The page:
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enter image description here

The graph shows the ISS semi-major axis.

EDIT: the blue plot represents the ISS mean radius vector minus 6371 km (just to show an approximate altitude), which is equivalent to the sami-major axis (I use "mean radius vector" to avoid confusion with the osculating semi-major axis). The mean radius vector is obtained from the TLEs downloaded from https://www.space-track.org/ and all the calculations are done with the CSpOC's SGP4 library downloaded from the same site.

There are no reboosts for an unusually long period of time and according to https://spaceflight.nasa.gov/realdata/sightings/SSapplications/Post/JavaSSOP/orbit/ISS/SVPOST.html there will be no reboosts at least for the next 10 days.
Does anyone know the reason?

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    $\begingroup$ possibly related to rendezvous activity in the next few days; Cygnus with ~3.4 tons of goodies? $\endgroup$ – uhoh Nov 17 '18 at 12:49
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    $\begingroup$ I've just asked What are the causes of these episodes of faster than average altitude loss by the ISS? By the way, are you able to mention the original source for the plot? $\endgroup$ – uhoh Nov 18 '18 at 5:55
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    $\begingroup$ Sure, it's me! :-) I use TLEs + CSpOC's SGP4 library. $\endgroup$ – Cristiano Nov 18 '18 at 10:21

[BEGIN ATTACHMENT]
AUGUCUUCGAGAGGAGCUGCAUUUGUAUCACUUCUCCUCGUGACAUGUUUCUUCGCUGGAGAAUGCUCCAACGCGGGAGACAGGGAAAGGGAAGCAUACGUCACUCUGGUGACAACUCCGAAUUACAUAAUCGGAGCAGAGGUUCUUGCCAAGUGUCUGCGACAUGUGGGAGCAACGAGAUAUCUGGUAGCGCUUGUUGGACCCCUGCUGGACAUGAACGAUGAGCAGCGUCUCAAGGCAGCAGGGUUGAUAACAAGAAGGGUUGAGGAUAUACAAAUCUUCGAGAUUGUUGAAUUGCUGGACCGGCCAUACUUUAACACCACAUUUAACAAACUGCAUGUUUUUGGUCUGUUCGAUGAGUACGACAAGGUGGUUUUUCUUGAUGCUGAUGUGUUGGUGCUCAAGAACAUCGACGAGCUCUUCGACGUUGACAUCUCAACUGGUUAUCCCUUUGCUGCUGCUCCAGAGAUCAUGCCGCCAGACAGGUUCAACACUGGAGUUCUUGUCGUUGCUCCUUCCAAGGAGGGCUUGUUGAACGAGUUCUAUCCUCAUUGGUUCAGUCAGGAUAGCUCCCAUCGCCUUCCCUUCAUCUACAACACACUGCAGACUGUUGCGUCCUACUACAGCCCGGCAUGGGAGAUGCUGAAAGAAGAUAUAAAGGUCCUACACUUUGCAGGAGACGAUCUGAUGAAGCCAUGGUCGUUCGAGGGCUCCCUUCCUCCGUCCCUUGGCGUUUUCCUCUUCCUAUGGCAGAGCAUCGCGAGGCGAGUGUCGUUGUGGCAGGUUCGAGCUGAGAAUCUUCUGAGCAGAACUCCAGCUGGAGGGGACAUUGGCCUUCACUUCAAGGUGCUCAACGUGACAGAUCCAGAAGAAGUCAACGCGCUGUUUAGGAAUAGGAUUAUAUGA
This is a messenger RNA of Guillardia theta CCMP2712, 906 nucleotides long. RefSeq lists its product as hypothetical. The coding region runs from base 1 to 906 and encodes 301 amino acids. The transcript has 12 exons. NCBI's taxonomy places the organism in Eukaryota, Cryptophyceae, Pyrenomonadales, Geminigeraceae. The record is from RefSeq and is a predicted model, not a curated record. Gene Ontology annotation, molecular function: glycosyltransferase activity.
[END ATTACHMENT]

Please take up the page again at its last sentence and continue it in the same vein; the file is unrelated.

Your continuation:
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    $\begingroup$ or related to Progress 71 w/ another 2.6 tons $\endgroup$ – uhoh Nov 19 '18 at 3:41
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This question is asking for an official answer, and that would take someone who is official to answer. I can at best hazard some guesses.

One reason is that the Sun is approaching the end of what was a low activity solar cycle. We can look forward to several months, minimum, of very low solar activity. Several months of inactivity is the norm for the lull between solar cycles. The prognostications are that solar cycle 25 will be even weaker than the now ending solar cycle 24. If that's the case, the very low activity currently being seen may be the norm for the next few years, perhaps longer. The quiescent period between solar cycles 23 and 24 was abnormally long, October 2005 to November 2009. A four year lull in solar activity or longer might well be what we're about to see with the upcoming transition.

Given the low solar activity, there's no particular reason to maintain the ISS at a high altitude (high for the ISS, that is). ISS altitude was kept considerably lower than it is now back when the Shuttle was operational. This enabled the Shuttle to lift huge amounts of mass to the ISS.

Another possible reason is the upcoming SpaceX Dragon launch, which has slipped from November 16 to November 27 to November 29 to December 4.

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  • $\begingroup$ I'm more inclined for the latter, including @uhoh's comments about Cygnus and Progress 71. Thank you. $\endgroup$ – Cristiano Nov 19 '18 at 16:10

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